Never Underestimate the Power of a Good Conversation
Now more than ever, the need to put our phones away and give presence is being felt in all areas of our lives. As recent articles like: Stop Googling. Let’s Talk. in the NY Times are pointing to, this is no longer a challenge just one generation is facing. It’s something that is becoming so systemic it’s changing how we communicate and function in community. And if there’s one thing we believe here at The Lewis Institute, it’s that a social innovator is nothing without their community. Take the ember out of the fire and it does not last for long. We all need a tribe to keep our work moving and growing and evolving.
So, over the past years here we have been carefully and intentionally nurturing programs that create a space for students to gather with each other, faculty, staff and practitioners. A space where real, co-created, sometimes even uncomfortable conversation can take place. Two of these programs have become standard weekly practices here on campus at Babson: Good Business Fridays and Community Table. (You can read about how the Community Table model has expanded in this post from Food Sol Director Rachel Greenberger here.)
This act of connection as a practice has revealed two key things. 1) Connection is just that, a practice, and can be strengthened and cultivated with continual, incremental commitment. 2) Once that spark of true connection is felt, you can’t help but want more of it. In this way, a self-fulfilling cycle of positive change is born.
I hope you’ll join us this semester for a Good Business Friday, Community Table, and our newly launched MBA Impact Hour each month. Or keep an eye out for other events coming up where you can experience this for yourself. In the mean time, here’s how the last three Good Business Friday conversations sparked our community with insights from guests implementing social innovation in all arenas:
Sept 25 – Greyston Bakery, one of the most noted social enterprises, shared how they are positively disrupting traditional employment practices with their emblematic open hiring process. Their mission says it best: They do not hire people to bake brownies, they bake brownies so they can hire people. Their influence has had enormous social impact within the Yonkers community and beyond.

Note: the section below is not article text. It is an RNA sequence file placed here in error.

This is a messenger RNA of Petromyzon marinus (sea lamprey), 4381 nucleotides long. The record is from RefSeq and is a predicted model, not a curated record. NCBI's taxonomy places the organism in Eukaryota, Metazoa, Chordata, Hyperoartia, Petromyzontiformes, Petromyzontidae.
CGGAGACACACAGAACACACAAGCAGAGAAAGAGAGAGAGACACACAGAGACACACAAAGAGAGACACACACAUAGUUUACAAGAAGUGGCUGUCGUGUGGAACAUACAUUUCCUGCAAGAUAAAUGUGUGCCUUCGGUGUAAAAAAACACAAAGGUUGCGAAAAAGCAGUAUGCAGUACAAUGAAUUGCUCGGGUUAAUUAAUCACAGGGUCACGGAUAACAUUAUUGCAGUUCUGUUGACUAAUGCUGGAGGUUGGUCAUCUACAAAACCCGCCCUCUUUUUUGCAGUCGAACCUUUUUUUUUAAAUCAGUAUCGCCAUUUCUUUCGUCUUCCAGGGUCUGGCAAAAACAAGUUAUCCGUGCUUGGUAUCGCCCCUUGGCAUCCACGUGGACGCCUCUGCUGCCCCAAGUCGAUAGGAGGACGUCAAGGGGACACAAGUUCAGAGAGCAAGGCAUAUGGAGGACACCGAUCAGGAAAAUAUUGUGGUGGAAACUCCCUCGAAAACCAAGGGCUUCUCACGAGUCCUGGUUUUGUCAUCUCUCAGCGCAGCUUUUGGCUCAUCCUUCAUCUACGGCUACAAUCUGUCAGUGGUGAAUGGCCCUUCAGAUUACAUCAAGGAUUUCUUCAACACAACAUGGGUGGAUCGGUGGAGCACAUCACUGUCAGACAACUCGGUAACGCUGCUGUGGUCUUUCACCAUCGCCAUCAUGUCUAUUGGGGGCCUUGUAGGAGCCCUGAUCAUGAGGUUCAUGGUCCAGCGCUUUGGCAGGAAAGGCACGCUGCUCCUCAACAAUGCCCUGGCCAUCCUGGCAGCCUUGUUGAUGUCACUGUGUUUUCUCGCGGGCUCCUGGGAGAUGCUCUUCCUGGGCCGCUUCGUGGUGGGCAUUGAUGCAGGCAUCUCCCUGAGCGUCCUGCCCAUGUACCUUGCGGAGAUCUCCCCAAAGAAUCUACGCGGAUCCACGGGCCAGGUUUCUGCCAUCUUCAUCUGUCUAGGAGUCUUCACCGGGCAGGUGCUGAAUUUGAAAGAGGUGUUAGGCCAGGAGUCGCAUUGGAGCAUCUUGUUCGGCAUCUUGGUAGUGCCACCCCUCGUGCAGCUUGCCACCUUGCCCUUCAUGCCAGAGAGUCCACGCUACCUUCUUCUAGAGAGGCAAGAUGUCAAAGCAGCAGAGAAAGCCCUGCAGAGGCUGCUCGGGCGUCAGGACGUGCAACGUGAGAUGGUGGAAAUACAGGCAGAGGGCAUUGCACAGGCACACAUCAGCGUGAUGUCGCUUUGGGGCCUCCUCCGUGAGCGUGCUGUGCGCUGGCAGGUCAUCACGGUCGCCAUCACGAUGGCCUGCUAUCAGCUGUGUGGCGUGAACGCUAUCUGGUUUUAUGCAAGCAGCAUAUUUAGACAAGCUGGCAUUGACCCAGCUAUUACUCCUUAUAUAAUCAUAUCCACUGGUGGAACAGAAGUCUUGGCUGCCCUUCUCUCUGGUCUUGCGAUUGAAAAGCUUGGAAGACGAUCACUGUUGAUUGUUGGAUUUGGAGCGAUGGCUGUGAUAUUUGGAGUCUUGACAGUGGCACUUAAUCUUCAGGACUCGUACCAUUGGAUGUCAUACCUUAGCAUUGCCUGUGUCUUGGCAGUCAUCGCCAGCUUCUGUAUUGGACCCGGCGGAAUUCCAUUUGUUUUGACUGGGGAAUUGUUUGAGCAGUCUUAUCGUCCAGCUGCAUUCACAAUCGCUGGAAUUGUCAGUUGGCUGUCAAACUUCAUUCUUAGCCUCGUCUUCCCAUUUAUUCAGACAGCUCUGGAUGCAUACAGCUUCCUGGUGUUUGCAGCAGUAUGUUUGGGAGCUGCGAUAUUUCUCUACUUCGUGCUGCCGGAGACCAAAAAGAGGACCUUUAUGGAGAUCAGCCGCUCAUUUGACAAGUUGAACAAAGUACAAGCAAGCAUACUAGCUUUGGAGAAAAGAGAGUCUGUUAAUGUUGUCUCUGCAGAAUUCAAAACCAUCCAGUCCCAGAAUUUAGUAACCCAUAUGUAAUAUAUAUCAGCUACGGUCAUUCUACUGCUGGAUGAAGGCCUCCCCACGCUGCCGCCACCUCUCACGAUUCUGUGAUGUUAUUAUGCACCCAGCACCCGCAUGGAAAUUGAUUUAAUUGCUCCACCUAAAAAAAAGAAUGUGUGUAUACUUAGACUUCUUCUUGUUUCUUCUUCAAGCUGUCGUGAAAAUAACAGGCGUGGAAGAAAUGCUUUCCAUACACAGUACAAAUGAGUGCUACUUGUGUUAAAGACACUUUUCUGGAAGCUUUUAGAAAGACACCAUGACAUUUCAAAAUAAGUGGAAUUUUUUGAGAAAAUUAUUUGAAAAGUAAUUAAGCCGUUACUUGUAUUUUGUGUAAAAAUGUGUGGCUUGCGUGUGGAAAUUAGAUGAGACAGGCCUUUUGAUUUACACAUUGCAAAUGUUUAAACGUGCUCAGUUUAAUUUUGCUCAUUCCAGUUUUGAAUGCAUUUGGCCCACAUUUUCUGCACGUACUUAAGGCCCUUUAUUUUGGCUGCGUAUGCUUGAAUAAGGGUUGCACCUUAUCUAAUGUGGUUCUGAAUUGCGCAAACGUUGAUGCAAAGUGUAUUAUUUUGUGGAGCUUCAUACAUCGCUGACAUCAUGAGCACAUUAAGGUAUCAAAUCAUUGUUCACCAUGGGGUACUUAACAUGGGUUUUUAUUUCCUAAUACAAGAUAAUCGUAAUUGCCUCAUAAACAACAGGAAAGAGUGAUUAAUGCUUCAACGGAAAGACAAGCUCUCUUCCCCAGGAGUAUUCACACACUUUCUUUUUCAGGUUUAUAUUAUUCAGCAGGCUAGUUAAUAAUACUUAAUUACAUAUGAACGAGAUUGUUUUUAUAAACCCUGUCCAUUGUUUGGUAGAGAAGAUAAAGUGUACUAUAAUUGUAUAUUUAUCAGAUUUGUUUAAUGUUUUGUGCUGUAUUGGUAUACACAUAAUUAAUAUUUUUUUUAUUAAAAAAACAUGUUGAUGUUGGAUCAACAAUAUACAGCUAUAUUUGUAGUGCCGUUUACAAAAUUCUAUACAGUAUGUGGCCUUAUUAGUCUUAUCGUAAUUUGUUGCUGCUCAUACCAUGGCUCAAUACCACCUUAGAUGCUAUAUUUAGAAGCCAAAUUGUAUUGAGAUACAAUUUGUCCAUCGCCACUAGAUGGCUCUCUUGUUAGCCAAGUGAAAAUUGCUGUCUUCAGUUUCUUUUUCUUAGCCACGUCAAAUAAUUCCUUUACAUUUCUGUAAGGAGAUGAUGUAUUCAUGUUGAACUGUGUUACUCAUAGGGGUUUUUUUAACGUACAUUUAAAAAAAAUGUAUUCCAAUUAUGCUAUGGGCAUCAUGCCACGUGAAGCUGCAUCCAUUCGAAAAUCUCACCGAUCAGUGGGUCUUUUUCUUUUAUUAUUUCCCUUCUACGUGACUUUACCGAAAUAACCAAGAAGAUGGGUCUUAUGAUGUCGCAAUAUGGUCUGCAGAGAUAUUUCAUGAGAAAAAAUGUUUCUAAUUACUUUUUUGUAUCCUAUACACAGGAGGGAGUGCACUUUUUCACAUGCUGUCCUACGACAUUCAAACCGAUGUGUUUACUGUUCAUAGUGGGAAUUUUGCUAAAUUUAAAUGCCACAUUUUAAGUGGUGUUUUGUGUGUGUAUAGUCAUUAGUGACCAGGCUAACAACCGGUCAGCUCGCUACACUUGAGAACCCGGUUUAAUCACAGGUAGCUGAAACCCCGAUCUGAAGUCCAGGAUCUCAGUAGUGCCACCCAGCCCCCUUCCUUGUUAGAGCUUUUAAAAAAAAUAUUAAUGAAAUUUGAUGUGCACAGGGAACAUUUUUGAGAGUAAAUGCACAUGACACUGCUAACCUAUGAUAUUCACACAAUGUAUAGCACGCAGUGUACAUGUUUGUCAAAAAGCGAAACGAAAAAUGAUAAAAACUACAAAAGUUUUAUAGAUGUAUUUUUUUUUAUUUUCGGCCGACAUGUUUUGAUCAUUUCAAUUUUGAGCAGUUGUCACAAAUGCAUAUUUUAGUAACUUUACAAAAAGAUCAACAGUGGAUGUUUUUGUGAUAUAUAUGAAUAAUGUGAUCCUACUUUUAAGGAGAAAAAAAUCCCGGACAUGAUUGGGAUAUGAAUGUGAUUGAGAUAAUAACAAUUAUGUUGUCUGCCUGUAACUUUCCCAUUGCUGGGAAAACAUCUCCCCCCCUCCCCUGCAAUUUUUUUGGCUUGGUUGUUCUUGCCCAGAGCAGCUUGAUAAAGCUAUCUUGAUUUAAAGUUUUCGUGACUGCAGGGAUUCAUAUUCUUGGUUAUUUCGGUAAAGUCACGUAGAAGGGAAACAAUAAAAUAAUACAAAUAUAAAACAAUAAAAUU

Oct 2 – Thandi Tutu-Gxashe shared her father Desmond Tutu’s vision and the story behind Tutudesks. The Babson community jumped right in to help think about how to scale this social enterprise to reach their goal of 20 million Tutudesks in the hands of African children. This social innovation is a simple and elegant solution to increasing literacy among African youth.
Oct 9 – Paul Kruchoski, Deputy Director of the Collaboratory at the State Department came and talked about innovation and entrepreneuring inside of government. We talked about the powerful role that government can play in activating change with business and how the problems that he faces require entrepreneurial responses. Great insights were revealed as many came to the conversation seeing government as a constraint not an opportunity for change.
Again never underestimate the power of real and relevant conversations! Getting in the habit of seeking out these connections purposefully and intentionally allows for reflection in ways that push thinking, connect dots and steer non-linear journeys which we believe are crucial to the success of any entrepreneurial activity.